Fire Retardant Linked to Fish Deaths in Berkeley Creek Identified by State Fish and Wildlife

Ben Eichenberg, staff attorney with San Francisco Baykeeper, points to a bend in Codornices Creek near his home where he saw foam and dead fish floating in the water, just a few blocks downstream from where firefighting chemicals flowed into a storm drain and into the creek. (Raquel Maria Dillon/KQED)

The California Department of Fish and Wildlife has identified the chemicals used in a firefighting operation that have been linked to a fish kill in Codornices Creek in Berkeley last week.

"The fire foam retardant used contained Alpha-olefin Sulfonate Solution, which can be toxic to the environment in very high concentrations," said Fish and Wildlife spokesman Peter Tira in an email.

On April 3, the Berkeley Fire Department responded to a fire inside a garbage truck on the 1600 block of Rose Street, a residential area. The firefighters doused the burning garbage truck with fire-retardant foam, which flowed into storm drains that emptied into the creek, killing at least 64 fish — 63 were identified as native steelhead trout, a threatened species.

"Firefighters noticed that flames threatened two large compressed gas cylinders on the truck and, recognizing the immediate danger to people and homes nearby, sprayed the garbage truck with Class A Firefighting Foam," Mitch Buttress, environmental compliance specialist with the city of Berkeley, said in a statement. "As this was a fast-moving emergency response situation with an explosion hazard, firefighters followed protocols to first protect life."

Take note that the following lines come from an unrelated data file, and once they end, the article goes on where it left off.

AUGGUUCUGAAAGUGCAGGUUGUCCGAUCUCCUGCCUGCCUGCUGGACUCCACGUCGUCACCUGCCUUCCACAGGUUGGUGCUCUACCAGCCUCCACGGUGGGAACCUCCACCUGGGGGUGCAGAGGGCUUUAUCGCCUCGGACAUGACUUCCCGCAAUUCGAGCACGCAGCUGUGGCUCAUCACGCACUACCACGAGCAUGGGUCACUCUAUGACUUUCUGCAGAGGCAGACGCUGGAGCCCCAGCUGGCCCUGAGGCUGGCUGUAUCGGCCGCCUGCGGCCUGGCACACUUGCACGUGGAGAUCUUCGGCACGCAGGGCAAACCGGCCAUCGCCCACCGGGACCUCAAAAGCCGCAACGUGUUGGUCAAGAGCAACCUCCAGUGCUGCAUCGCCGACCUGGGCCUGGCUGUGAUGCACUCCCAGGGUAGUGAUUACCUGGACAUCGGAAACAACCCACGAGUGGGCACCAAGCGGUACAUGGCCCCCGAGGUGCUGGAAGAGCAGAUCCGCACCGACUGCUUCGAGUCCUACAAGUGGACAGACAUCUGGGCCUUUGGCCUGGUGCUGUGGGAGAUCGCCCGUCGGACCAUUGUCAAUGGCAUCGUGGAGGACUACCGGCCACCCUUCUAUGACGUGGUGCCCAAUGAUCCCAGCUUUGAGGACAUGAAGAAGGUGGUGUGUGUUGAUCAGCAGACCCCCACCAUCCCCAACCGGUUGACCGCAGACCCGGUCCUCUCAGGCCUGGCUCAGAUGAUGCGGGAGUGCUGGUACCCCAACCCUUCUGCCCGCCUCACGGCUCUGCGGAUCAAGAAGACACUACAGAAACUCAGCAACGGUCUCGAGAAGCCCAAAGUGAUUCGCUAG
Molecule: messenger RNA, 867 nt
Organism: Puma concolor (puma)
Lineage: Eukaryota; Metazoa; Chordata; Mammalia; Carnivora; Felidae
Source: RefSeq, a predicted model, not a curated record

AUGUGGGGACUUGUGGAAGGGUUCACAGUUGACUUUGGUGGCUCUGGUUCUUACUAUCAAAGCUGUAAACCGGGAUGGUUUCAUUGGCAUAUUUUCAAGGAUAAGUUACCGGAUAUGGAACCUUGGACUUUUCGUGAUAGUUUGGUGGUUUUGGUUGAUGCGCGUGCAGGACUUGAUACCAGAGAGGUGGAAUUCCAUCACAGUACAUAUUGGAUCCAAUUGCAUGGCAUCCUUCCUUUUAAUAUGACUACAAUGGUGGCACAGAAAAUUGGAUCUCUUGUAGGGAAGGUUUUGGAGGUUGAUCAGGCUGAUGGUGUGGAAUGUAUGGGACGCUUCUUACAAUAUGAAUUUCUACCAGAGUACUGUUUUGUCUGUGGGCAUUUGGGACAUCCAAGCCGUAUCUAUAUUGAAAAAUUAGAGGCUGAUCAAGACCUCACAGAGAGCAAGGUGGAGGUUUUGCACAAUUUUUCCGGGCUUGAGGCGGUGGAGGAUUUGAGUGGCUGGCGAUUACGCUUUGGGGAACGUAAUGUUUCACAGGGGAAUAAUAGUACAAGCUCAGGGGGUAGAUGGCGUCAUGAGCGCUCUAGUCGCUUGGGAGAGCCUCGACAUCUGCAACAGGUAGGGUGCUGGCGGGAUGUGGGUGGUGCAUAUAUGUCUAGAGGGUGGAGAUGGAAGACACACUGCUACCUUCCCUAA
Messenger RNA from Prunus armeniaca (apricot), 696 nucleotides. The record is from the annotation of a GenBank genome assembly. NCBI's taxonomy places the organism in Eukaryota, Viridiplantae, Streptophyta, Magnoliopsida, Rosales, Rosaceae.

Officials said that firefighters didn't have time to cover storm drains to prevent fire retardant from heading into waterways.

Tira said the state agency collected 48 of the dead fish for lab analysis.

"We got the composition of the fire retardant, and there certainly was toxic elements within that. So that's what's linked to the fish death," said Tira. "There likely were some other toxins that came directly off of the fire on the garbage truck that may have washed into the creek as well. So it's pretty  apparent to our scientists the cause of death."

Tira said the product had been extensively tested and classified as "biodegradable" and should not present long-term environmental impacts.

Local organizations and community members have worked to restore Codornices Creek as wildlife and fish habitat over the past two decades. Although this is a setback, Tira said he expects the creek to recover.

"In situations like these, we always see firsthand just how resilient Mother Nature is, and so we expect this creek to make a full recovery," said Tira. "It's certainly an unfortunate incident, but it's a very healthy, fertile little creek and we expect to see it bounce back."

Tira said his agency would work with local fire departments to craft additional environmental precautions.

"It's a good learning experience for all of us," he said. "I think we'll all be more careful and have safeguards in place in the future to protect this, and other creeks, in similar situations."